Furthermore, under the last clause of section 2, “[s]tates may regulate contracts, including arbitration clauses, under general contract law principles and they may invalidate an arbitration clause ‘upon such grounds as exist at law or in equity for the revocation of any contract.’  [Citation.]”  (Allied-Bruce Terminix Cos. v. Dobson, supra, 513 U.S. at p. 281, 115 S.Ct. 834.)  “Thus, generally applicable contract defenses, such as fraud, duress, or unconscionability, may be applied to invalidate arbitration agreements without contravening [section] 2.” (Doctor's Associates, Inc. v. Casarotto, supra, 517 U.S. at p. 687, 116 S.Ct. 1652.)

 In Perry v. Thomas, supra, 482 U.S. at p. 492, fn. 9, 107 S.Ct. 2520, the United States Supreme Court explained, “An agreement to arbitrate is valid, irrevocable, and enforceable, as a matter of federal law, [citation], ‘save upon such grounds as exist at law or in equity for the revocation of any contract.’  [Citation.]  Thus state law, whether of legislative or judicial origin, is applicable if that law arose to govern issues concerning the validity, revocability, and enforceability of contracts generally.   A state-law principle that takes its meaning precisely from the fact that a contract to arbitrate is at issue does not comport with this requirement of [section] 2. [Citations.]  A court may not, then, in assessing the rights of litigants to enforce an arbitration agreement, construe that agreement in a manner different from that in which it otherwise construes nonarbitration agreements under state law.   Nor may a court rely on the uniqueness of an agreement to arbitrate as a basis for a state-law holding that enforcement would be unconscionable, for this would enable the court to effect what we hold today the state legislature cannot.” 4

In Gilmer, supra, 500 U.S. 20, 111 S.Ct. 1647, 114 L.Ed.2d 26, the Supreme Court held that, under the FAA, an employee can enter into a binding arbitration agreement with an employer embracing claims under the Age Discrimination in Employment Act of 1967 (ADEA).  (29 U.S.C.A. § 621 et seq.)   The court had previously held in Alexander v. Gardner-Denver Co. (1974) 415 U.S. 36, 94 S.Ct. 1011, 39 L.Ed.2d 147 that a union employee who pursued a grievance under the nondiscrimination clause of a collective bargaining agreement was not precluded from later bringing an action under title VII of the Civil Rights Act of 1964.   The Gilmer court confined Gardner-Denver to the collective bargaining context, opening the door to the enforcement of agreements for the mandatory arbitration of employee statutory claims.  (Gilmer, supra, 500 U.S. at pp. 34-35, 111 S.Ct. 1647.)

The plaintiff in Gilmer was a financial executive who was required to register with the New York Stock Exchange as a condition of his employment.   His registration application included a broadly worded agreement to arbitrate disputes arising from termination of his employment pursuant to the rules of the Exchange.   After being discharged at age 62, he brought an action against his employer under the ADEA. Enforcing the arbitration agreement with respect to the ADEA claim, the court stated, “ ‘By agreeing to arbitrate a statutory claim, a party does not forgo the substantive rights afforded by the statute;  it only submits to their resolution in an arbitral, rather than a judicial, forum.’  [Citation.]”  (Gilmer, supra, 500 U.S. at p. 26, 111 S.Ct. 1647.)   And, again, to similar effect:  “ ‘[S]o long as the prospective litigant effectively may vindicate [his or her] statutory cause of action in the arbitral forum, the statute will continue to serve both its remedial and deterrent function.’  [Citation.]”  (Id. at p. 28, 111 S.Ct. 1647.)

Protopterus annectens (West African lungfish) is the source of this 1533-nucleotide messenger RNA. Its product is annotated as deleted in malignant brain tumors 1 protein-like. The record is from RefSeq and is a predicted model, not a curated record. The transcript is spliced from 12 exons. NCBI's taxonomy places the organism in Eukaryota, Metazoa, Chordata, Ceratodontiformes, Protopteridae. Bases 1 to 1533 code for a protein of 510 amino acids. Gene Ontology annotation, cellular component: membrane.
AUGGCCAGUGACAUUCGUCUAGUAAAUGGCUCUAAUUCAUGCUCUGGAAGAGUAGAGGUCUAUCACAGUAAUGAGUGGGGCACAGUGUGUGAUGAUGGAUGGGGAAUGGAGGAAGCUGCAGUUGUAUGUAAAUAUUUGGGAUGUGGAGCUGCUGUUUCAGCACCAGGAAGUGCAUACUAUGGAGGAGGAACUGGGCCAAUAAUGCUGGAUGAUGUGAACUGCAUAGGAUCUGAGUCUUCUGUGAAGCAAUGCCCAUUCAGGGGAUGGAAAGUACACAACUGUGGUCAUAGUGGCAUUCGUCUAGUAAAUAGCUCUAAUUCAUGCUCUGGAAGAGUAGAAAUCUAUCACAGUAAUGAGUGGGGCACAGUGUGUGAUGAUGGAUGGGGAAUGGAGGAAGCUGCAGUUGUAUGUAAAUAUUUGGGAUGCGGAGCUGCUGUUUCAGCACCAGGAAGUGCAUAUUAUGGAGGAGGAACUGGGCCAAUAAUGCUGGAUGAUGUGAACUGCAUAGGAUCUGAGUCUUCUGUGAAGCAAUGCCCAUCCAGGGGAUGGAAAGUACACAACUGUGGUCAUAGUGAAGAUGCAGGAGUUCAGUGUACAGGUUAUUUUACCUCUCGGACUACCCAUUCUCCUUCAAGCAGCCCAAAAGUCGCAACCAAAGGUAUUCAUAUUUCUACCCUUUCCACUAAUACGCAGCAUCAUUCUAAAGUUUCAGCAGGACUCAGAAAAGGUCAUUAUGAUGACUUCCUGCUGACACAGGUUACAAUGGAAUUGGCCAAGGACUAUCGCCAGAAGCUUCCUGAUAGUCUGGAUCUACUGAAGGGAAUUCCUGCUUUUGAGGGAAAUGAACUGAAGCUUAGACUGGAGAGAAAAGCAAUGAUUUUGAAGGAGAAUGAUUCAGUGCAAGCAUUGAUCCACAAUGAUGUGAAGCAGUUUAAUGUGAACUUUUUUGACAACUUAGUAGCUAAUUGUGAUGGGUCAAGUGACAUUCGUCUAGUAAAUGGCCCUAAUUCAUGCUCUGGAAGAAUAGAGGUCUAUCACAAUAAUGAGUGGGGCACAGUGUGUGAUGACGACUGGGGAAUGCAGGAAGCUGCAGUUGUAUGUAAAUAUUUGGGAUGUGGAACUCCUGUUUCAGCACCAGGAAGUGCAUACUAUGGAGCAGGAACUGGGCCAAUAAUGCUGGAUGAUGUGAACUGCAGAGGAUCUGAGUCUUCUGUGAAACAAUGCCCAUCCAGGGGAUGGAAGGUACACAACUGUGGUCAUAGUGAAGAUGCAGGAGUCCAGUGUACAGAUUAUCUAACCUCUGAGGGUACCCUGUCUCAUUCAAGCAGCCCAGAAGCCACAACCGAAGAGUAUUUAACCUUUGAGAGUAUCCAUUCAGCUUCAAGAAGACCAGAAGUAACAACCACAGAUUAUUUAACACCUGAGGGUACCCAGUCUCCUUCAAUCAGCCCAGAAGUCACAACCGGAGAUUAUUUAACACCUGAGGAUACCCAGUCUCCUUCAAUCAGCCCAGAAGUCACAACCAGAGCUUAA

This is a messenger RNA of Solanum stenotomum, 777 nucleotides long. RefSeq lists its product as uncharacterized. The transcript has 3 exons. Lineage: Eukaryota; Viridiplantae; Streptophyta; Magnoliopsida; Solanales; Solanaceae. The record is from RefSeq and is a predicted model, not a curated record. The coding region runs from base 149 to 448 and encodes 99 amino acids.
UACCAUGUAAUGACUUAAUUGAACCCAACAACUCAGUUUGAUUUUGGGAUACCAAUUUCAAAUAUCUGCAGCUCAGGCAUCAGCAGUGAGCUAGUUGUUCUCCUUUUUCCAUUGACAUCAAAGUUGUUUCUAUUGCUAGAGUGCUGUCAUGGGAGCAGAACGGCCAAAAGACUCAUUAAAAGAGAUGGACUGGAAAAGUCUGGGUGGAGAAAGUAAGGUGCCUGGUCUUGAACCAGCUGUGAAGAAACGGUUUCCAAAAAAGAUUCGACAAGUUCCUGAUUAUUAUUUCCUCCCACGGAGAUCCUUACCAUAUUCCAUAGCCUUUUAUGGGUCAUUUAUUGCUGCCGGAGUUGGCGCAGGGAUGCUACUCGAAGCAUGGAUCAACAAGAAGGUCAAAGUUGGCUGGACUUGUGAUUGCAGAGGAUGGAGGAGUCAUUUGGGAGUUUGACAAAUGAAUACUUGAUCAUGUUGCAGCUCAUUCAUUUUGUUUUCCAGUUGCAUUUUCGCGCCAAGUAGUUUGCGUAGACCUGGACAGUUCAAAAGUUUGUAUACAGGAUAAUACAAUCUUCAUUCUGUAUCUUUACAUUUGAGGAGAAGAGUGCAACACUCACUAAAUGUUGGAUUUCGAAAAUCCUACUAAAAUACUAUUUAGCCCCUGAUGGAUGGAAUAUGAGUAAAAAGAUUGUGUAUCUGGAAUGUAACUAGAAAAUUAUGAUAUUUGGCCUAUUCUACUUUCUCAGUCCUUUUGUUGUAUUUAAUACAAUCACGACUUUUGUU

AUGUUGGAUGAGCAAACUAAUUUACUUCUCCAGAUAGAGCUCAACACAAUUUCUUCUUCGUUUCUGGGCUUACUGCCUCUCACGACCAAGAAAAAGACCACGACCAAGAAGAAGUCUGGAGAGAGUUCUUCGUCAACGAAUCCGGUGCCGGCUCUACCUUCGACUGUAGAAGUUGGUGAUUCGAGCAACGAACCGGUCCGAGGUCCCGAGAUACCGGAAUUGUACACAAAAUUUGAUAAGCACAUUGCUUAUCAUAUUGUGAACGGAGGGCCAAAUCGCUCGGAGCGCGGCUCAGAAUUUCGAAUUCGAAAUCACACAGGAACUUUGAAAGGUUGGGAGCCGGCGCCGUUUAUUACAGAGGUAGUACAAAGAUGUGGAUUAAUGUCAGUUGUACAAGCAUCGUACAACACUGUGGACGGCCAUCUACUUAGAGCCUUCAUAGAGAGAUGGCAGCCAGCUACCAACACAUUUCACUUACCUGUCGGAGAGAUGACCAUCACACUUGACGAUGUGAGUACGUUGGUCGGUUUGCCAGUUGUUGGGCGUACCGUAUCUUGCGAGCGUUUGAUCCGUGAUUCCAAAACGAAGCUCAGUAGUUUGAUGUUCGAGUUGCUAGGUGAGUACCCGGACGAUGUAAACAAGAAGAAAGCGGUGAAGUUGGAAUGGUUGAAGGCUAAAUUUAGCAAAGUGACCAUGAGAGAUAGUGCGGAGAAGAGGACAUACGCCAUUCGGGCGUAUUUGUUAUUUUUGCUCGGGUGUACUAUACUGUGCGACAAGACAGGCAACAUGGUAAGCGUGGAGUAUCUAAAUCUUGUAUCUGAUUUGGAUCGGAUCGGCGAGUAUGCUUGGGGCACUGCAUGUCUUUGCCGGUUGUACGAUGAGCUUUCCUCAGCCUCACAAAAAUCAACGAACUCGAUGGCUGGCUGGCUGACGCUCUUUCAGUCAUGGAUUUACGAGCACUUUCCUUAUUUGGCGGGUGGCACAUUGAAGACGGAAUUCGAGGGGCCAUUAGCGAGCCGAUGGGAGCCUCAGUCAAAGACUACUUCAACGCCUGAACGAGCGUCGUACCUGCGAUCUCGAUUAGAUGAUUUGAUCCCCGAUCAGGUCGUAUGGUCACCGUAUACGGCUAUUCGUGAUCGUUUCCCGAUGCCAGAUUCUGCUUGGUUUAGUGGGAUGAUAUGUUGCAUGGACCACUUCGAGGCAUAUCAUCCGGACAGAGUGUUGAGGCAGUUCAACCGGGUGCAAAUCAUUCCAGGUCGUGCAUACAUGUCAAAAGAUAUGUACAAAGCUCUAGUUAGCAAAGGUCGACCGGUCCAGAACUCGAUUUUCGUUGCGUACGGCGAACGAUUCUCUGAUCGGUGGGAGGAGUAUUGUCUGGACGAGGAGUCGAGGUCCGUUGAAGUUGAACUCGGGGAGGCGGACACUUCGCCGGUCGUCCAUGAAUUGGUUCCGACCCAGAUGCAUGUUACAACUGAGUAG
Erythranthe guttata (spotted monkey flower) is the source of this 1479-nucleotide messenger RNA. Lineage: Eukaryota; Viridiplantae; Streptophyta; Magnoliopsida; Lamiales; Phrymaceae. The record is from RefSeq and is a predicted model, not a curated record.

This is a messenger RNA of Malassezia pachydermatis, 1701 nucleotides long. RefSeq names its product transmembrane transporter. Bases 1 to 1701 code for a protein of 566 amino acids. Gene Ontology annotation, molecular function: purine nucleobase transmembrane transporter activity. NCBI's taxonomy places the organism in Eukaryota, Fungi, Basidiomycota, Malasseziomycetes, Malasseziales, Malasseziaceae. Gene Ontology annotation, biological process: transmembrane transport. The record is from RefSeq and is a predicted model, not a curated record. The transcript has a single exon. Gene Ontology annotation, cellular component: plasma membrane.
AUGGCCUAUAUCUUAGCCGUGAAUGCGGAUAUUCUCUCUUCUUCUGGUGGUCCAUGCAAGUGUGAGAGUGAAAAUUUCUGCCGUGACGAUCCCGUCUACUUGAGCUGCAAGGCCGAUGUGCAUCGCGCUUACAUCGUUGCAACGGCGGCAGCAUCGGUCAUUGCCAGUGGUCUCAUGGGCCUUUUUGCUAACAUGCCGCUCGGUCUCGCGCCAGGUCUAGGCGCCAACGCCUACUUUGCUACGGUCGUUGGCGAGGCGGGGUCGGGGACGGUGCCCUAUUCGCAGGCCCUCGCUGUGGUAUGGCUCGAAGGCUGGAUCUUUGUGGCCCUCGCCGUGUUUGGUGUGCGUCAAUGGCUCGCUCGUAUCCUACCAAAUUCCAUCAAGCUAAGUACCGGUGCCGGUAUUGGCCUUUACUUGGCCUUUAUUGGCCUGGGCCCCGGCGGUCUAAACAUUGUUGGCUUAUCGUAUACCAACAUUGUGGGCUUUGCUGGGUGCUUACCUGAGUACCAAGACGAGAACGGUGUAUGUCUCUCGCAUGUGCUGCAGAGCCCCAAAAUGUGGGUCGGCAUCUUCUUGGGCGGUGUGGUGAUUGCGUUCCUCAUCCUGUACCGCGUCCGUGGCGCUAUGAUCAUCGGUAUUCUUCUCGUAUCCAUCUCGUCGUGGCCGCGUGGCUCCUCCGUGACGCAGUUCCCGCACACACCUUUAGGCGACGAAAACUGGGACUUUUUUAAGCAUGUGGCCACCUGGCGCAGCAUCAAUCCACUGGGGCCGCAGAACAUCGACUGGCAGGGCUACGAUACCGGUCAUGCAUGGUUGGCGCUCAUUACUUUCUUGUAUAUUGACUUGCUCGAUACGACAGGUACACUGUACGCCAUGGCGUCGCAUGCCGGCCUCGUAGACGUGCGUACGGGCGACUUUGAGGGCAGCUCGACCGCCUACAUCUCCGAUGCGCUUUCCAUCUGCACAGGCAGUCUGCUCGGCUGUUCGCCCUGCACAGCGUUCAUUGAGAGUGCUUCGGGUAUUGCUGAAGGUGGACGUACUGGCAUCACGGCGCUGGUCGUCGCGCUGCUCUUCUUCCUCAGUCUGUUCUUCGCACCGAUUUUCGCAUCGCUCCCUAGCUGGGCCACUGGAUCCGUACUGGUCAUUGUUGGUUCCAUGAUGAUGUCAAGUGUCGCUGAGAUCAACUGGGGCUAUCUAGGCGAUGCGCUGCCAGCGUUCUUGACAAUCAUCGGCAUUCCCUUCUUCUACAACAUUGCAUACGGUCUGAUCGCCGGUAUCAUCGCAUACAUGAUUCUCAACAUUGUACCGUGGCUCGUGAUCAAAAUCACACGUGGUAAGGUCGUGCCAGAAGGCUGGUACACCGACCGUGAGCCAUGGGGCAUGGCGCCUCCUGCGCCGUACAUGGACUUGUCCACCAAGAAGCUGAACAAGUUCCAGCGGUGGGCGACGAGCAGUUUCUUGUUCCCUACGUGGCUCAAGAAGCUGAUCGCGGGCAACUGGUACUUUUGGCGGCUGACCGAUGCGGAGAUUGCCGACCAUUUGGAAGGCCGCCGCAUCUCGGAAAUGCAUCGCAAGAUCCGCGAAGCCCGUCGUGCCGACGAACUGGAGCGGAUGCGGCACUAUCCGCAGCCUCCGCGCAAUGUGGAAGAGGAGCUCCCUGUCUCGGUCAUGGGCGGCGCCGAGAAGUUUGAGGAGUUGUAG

The court rejected four challenges to “the adequacy of arbitration procedures” governing the plaintiff's claim, finding that the New York Stock Exchange rules provided adequately for (1) the impartiality of the arbitrators, (2) fair opportunities for discovery, (3) written opinions allowing appellate review, and (4) empowering the arbitrator to provide suitable relief for statutory violations.  (Gilmer, supra, 500 U.S. at pp. 30-32, 111 S.Ct. 1647.)   In effect, the court held that the particular arbitration procedures at issue gave the plaintiff an effective means of vindicating his rights under the ADEA in the arbitral forum.

Since Gilmer, supra, 500 U.S. 20, 111 S.Ct. 1647, 114 L.Ed.2d 26, lower courts have almost uniformly upheld pre-employment arbitration agreements which require arbitration of a broad range of employee claims based upon various statutory rights.   In Williams v. Cigna Financial Advisors, Inc. (5th Cir.1995) 56 F.3d 656, the court found that arbitration could be compelled to resolve claims based upon the Older Workers Benefit Protection Act, which amended certain sections of the ADEA. (29 U.S.C.A. §§ 621, 623, 626, 630.)   Numerous cases have enforced arbitration agreements where the employee claims involved title VII claims.  (Bender v. A.G. Edwards & Sons, Inc. (11th Cir.1992) 971 F.2d 698;  Mago v. Shearson Lehman Hutton Inc. (9th Cir.1992) 956 F.2d 932;  Willis v. Dean Witter Reynolds, Inc. (6th Cir.1991) 948 F.2d 305.)  Gilmer, supra, 500 U.S. 20, 111 S.Ct. 1647, 114 L.Ed.2d 26 has also been applied to other federal civil rights statutes 5 as well as to parallel state civil rights legislation.6